Yes – that’s right – your eyes do not deceive you.
After years of being told to cut down on carbohydrates, such as breads and pastas, new studies have revealed that pasta, in fact, is not bad for you!
While it is not recommended to load up on pasta – everything in moderation, as the saying goes – a group of Italian researchers have found that “when eaten as part of a healthy Mediterranean diet, pasta is your weight-loss friend.”
Pasta Can Actually Help You
Maintain a Healthy Weight
In a study with more than 20,000 participants, Italian researchers found that “pasta can actually help you maintain a healthy weight.” Researchers of this study posited that while pasta is a traditional component of the Mediterranean diet in Italy, it had not been studied in detail in the management of body weight. This study was designed to evaluate the association of pasta intake with body mass index (BMI).
Participants in the study ranged between ages 18 and 79, and were composed of people of varied socioeconomic status, gender and race. The study lasted over a period of time in which participants measured their BMI and waist-to-hip ratio. They were also required to take care notation of their daily intake of other foods and liquids to maintain a control in the study.
“The message emerging from this study,” says Licia Iacoviello, one of the researchers, “is that the Mediterranean diet, consumed in moderation and respecting the variety of all its elements (pasta in the first place), is good to your health.”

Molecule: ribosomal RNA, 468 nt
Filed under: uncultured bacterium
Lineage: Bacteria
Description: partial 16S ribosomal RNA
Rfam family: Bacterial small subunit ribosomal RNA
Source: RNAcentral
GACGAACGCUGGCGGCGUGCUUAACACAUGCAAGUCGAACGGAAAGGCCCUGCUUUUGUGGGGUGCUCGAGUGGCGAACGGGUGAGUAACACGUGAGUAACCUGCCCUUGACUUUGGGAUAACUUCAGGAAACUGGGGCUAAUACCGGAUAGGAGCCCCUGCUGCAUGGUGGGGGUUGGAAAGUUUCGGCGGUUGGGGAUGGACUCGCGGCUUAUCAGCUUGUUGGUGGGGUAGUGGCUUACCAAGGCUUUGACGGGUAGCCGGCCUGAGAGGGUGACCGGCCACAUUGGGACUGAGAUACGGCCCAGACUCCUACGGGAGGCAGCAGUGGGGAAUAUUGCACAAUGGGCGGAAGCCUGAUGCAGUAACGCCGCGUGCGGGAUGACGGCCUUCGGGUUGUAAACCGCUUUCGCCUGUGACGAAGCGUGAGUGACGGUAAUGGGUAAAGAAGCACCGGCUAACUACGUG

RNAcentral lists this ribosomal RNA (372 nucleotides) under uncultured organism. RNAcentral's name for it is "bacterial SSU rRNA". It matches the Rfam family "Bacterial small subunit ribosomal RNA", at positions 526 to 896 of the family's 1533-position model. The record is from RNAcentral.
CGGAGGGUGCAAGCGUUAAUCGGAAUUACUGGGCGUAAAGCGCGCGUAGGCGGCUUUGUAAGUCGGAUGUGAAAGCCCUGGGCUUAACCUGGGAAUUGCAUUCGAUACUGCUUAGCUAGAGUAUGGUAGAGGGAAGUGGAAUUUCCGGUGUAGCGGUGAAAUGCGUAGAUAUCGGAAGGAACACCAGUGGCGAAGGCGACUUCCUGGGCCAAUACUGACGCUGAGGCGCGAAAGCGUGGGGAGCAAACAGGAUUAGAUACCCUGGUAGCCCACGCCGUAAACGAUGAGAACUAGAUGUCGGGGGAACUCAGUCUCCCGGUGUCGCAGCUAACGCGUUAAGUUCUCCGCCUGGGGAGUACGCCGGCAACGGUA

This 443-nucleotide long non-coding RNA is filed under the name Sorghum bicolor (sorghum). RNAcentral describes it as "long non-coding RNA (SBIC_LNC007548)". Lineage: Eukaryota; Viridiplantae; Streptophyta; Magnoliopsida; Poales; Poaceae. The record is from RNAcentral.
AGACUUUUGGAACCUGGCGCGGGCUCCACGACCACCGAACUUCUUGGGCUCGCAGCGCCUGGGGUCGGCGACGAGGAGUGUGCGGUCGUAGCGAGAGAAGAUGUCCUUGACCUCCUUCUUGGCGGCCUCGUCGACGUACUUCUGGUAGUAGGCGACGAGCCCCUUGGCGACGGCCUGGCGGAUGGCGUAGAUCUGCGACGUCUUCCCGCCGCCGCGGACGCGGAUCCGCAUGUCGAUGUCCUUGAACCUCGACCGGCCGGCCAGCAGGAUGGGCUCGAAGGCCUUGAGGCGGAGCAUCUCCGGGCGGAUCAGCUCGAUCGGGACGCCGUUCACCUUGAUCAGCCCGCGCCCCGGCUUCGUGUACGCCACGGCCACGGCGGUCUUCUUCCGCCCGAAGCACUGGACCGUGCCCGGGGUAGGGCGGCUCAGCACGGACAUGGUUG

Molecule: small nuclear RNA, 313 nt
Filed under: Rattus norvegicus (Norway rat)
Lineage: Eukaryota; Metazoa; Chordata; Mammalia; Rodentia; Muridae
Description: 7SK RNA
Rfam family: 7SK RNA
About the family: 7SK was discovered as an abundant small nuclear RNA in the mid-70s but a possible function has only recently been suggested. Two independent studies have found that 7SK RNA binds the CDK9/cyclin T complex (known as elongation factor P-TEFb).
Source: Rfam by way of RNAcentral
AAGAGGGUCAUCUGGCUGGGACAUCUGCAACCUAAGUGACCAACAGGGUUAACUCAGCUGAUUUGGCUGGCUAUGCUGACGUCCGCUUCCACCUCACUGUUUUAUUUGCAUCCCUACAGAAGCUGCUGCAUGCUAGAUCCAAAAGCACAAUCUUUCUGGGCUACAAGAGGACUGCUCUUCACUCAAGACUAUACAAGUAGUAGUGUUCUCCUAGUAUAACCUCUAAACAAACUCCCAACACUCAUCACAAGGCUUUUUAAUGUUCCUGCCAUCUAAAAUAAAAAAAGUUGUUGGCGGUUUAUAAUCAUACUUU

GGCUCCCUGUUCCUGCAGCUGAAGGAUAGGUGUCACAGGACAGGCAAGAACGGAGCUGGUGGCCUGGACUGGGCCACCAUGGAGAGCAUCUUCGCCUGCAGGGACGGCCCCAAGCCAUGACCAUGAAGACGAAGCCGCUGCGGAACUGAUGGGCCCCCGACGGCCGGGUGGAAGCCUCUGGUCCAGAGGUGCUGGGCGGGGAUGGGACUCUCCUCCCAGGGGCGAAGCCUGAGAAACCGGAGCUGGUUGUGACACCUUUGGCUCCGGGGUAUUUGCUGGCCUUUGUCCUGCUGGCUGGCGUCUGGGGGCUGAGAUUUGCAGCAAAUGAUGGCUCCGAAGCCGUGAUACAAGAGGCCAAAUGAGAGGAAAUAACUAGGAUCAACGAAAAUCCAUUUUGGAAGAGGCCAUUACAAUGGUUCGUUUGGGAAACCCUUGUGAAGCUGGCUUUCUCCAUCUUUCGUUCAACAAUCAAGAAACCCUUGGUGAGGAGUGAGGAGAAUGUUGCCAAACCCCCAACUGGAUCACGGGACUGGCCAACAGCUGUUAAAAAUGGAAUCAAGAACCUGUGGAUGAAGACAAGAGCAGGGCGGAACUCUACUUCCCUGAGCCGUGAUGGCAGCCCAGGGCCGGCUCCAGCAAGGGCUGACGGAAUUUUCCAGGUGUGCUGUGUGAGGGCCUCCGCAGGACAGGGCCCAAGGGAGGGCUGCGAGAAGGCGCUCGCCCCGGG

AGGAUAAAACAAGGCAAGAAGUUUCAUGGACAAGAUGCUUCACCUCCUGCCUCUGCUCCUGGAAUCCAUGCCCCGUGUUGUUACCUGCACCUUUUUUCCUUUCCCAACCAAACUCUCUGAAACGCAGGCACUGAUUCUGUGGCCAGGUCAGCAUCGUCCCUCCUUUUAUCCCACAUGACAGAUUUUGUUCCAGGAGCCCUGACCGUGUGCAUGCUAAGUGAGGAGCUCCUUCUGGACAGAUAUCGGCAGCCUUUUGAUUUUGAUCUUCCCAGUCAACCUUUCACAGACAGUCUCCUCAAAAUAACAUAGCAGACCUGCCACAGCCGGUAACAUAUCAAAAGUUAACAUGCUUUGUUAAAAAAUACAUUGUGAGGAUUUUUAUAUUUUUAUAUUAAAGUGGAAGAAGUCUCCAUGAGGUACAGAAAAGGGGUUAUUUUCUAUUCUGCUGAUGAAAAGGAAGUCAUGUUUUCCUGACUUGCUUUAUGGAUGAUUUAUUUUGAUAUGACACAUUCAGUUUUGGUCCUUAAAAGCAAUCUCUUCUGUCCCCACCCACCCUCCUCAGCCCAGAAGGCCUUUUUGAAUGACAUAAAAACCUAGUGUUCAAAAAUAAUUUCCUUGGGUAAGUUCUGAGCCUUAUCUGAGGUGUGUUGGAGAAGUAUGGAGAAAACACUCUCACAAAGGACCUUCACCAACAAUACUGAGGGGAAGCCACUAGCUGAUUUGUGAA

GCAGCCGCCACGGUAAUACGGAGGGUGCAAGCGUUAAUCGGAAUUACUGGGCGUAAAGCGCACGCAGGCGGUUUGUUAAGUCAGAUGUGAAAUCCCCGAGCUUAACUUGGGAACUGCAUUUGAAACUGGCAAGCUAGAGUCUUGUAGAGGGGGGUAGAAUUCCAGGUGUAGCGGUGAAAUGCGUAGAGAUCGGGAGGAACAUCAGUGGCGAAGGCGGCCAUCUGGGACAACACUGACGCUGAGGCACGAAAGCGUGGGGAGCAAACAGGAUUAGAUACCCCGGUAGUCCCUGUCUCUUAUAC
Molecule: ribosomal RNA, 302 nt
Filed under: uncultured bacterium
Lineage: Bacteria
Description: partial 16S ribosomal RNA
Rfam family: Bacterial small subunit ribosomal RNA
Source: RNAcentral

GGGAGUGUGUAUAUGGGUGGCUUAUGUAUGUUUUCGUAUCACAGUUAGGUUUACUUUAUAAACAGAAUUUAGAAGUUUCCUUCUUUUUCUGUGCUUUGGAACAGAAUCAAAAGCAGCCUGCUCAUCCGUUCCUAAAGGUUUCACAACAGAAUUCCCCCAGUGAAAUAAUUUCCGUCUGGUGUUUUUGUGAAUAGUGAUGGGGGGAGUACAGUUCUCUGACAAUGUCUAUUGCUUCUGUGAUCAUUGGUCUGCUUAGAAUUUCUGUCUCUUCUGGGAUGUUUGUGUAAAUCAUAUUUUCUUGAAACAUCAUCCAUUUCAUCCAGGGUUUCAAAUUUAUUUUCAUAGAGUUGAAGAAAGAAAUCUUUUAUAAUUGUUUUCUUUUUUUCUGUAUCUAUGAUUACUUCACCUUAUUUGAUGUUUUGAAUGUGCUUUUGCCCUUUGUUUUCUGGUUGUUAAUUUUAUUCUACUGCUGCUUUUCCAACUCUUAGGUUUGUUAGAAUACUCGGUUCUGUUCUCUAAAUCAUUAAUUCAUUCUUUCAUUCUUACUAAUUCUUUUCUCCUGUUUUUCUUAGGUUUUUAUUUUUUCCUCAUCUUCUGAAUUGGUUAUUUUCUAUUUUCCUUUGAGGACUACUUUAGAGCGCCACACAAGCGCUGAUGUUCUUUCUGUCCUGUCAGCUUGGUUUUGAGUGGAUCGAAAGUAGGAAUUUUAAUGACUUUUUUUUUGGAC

Pasta and Mediterranean Diet
The Mediterranean diet has long been considered one of the healthiest in the worlds, combining nutrients and vitamins in every serving. A balanced Mediterranean diet composes of pasta, which is a food with complex carbohydrates and fiber, along with other items such as legumes, rice, and cereals. Cheese, olive oil, tomatoes, garlic, and fish, along with fresh vegetables and herbs, add important nutritious value to your diet – from high quality proteins, fats, vitamins, and calcium.
The key here, researchers note, is that pasta is just one element of the meal, rather than a huge serving. Portion sizes of pasta in Italy are modest in size, and often serve as a first course of a larger meal that consists of meats and vegetables. At the same time, a small portion of pasta helps to keep you full, so that you do not consume more food throughout the day.
Valentina Cecconi, Head Nutritionist at Casa Buiton (a pasta company based in Tuscany), says: “I’m not surprised to hear that pasta consumption can be linked to a healthy BMI. I’m aligned with what the study says. What we always need to keep in mind is that serving size and frequency of food consumption play a key role in our diets…I eat pasta almost every day. I often flavor it with vegetable seasoning and eat it with tomatoes, garlic, extra virgin olive oil, and a pinch of salt.”
Savoring as Part of the Meal
Wolfing down a huge bowl of pasta when you’re hungry can be satisfying, sure – but the “Mediterranean Diet is a lifestyle,” says Cecconi. This means eating food slowly, savoring it and enjoying it.
At Cucina Toscana, we focus on preparing our pastas with care, combining flavors and textures for the most enjoyable culinary experience. Now do you have a taste for pasta? Join us at Cucina Toscana where we offer pasta dishes from gnocchi to spaghetti, ravioli to tagliolini, linguini to lasagna – and much more!